Visual Designer vs. Free Type SQL
Let’s first do a quick rundown of some of the key capabilities found in one or both editing options:
|Capability||Visual Designer||Free Type SQL|
|Explore all tables/views available to the connection in Argos||X|
|Use of the Data Dictionary||X|
|Use of the Field Security feature in the DataBlock||X||X|
|More customizable DataBlock queries||X|
|Copy & paste queries into new DataBlocks||X||X|
|Pick variables through the GUI||X||X|
|Pick fields through the GUI||X|
|Ability to reorder the tables used within the query for performance||X|
As you can see, while both features accomplish the same goal of running SQL for reporting, the Visual Designer offers a few more options for exploring and cataloging data within Argos.
- One of the more useful capabilities of the Visual Designer is that it can show the full list of tables and views that are available to select from directly within Argos. Note: Clicking “Show Tables” in the Visual Designer will only allow you to see the connections, tables, and views to which Argos has been granted access. You may need to check with your institution’s IT department, or whomever controls what Argos can access at the database level.
- An advantage of the Free Type SQL Editor – and a downside to the Visual Designer – is that there are certain SQL concepts that can only be accomplished using Free Type. Two of the most common are:
- WITH AS subqueries
- SQL that inserts or updates data in your database
- Both options offer certain copy & paste capabilities. If the query was written with the Visual Designer, then you can copy and paste that into another Visual Designer-built DataBlock. However, you can’t copy from the Visual Designer into Free-Type. Copy & paste with Free-Type is great for existing queries written outside of the Visual Designer.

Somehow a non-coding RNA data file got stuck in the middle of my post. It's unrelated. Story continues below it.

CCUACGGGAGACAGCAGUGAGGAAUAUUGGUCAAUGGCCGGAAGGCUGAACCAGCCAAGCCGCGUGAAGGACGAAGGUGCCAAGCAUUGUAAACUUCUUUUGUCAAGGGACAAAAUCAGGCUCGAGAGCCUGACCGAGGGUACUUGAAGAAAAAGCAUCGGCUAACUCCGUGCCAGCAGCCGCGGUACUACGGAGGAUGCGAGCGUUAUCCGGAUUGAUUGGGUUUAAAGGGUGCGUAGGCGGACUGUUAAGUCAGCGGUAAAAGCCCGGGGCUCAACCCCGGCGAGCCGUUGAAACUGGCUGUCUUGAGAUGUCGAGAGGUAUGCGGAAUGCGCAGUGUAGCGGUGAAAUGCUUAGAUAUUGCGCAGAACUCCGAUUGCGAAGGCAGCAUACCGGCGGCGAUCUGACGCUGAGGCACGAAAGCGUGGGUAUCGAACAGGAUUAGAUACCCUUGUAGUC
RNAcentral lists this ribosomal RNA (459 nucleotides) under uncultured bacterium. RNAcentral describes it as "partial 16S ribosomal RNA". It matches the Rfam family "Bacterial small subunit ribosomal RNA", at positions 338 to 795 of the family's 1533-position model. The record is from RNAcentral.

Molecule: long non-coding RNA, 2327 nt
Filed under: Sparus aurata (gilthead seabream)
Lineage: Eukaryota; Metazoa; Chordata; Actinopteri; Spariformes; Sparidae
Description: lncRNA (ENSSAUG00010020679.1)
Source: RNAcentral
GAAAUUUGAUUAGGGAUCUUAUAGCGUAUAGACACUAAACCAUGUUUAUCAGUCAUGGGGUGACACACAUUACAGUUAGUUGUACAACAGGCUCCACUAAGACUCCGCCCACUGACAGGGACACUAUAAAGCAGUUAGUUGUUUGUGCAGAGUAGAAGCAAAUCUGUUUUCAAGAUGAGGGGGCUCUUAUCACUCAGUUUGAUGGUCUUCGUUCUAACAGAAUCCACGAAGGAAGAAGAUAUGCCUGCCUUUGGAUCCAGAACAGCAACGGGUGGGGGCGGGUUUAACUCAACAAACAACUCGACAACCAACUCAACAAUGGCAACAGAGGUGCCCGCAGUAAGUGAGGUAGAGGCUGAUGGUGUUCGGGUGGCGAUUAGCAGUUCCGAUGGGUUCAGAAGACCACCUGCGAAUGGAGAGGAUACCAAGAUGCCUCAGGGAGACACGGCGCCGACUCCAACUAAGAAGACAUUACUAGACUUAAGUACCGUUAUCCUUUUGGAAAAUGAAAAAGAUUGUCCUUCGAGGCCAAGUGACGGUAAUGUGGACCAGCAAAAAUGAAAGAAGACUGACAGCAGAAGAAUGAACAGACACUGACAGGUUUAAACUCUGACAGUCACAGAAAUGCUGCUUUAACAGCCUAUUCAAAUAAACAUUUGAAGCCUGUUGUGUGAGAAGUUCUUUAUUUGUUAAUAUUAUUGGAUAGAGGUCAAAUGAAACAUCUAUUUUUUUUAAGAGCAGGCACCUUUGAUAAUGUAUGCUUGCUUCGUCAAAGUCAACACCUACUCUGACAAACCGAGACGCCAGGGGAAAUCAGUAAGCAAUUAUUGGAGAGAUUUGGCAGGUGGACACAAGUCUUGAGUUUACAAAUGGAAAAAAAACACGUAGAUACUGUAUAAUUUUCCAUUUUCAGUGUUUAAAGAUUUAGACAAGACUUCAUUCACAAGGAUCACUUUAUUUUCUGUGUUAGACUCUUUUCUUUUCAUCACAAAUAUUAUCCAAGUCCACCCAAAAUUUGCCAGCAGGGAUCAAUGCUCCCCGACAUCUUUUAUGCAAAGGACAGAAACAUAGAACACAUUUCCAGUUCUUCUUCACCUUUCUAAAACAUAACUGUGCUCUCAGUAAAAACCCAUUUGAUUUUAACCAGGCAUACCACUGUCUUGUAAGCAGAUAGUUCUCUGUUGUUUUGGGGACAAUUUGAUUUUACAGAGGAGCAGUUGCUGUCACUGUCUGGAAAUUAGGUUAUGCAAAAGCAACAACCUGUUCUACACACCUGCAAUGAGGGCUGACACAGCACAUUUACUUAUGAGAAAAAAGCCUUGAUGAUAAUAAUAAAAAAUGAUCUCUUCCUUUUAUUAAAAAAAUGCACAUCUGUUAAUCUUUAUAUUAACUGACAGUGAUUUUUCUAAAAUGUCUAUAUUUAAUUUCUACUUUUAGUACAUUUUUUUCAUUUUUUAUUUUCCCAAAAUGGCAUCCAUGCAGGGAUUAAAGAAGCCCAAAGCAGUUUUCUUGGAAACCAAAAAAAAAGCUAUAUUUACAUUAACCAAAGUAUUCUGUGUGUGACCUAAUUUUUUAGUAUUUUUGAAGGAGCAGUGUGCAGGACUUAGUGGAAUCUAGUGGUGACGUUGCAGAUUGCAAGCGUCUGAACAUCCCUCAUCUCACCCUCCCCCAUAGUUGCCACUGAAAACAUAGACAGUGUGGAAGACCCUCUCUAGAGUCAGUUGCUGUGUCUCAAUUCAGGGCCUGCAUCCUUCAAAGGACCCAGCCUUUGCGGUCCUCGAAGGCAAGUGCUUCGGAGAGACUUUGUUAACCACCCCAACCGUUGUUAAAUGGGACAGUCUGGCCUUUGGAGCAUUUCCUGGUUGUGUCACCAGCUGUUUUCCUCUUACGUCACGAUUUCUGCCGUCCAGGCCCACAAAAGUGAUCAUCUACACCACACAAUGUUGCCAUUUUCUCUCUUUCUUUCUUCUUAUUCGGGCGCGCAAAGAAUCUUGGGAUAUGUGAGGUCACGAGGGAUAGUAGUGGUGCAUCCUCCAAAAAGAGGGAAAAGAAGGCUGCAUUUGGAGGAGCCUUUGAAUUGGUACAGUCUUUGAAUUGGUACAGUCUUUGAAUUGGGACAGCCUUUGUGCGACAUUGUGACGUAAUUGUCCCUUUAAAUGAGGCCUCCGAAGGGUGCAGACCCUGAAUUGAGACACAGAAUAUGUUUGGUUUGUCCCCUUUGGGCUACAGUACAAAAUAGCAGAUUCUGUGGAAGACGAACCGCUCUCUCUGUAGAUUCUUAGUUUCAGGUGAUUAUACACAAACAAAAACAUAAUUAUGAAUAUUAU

- Building out queries using the GUI in the Visual Designer may not be the preferred method for those who are experienced SQL developers. Such users will have to determine if the features within the Visual Designer are worth the additional time it may take to initially build out a DataBlock.
The Power of the Data Dictionary
Another powerful feature within Argos is the Data Dictionary. This feature must be enabled by your MAPS Administrator and can be used in conjunction with the Visual Designer. (Your administrator can also choose which users have the ability to add items to the dictionary directly through Argos.)
What is it?
With the Data Dictionary, you can define field names institution-wide for each system to which Argos connects. For example: Ellucian Banner, Ellucian Degree Works, Blackboard, Slate, or any other system that Argos can connect to, could all have field names and descriptions stored within a single Data Dictionary.
Why is it useful?
It guarantees that most reports will follow whatever is defined within the Data Dictionary for a given data field. (Example: You create one standard field called “Student_ID” and not have multiple names like “Student_ID,” “IDNumber,” “P_Number,” or “Student_Identification_Number” for the same data point within different DataBlocks). Report Writers would still have the option to rename the column titles in individual reports if the column title needs to differ from the name given in the Data Dictionary.
MAPS also has the ability to export the Data Dictionary as an XML file for internal use, like an institutional data dictionary that lives outside of Argos.
Conclusion & Recommendations
The Visual Designer and Free Type SQL Editor in Argos are both effective ways to create and edit DataBlock queries. They each have their own advantages and disadvantages, and choosing which one to use should be determined by a combination of institutional/departmental policy, comfort level with SQL and Argos, and what’s needed for the DataBlock.
As you evaluate your policies, skill level, and reporting environment, I recommend you keep the following in mind:
- If a large number of your Argos reports are set up using Free Type SQL, it may be counter-intuitive to re-create your DataBlock queries using the Visual Designer.
- If you want to have more options at your disposal when creating your DataBlock queries, the Visual Designer is your best option.
If your institution is just beginning to implement Argos for its reporting, the Visual Designer – along with the Data Dictionary – may be beneficial for supporting data governance and providing clarity to DataBlock Designers.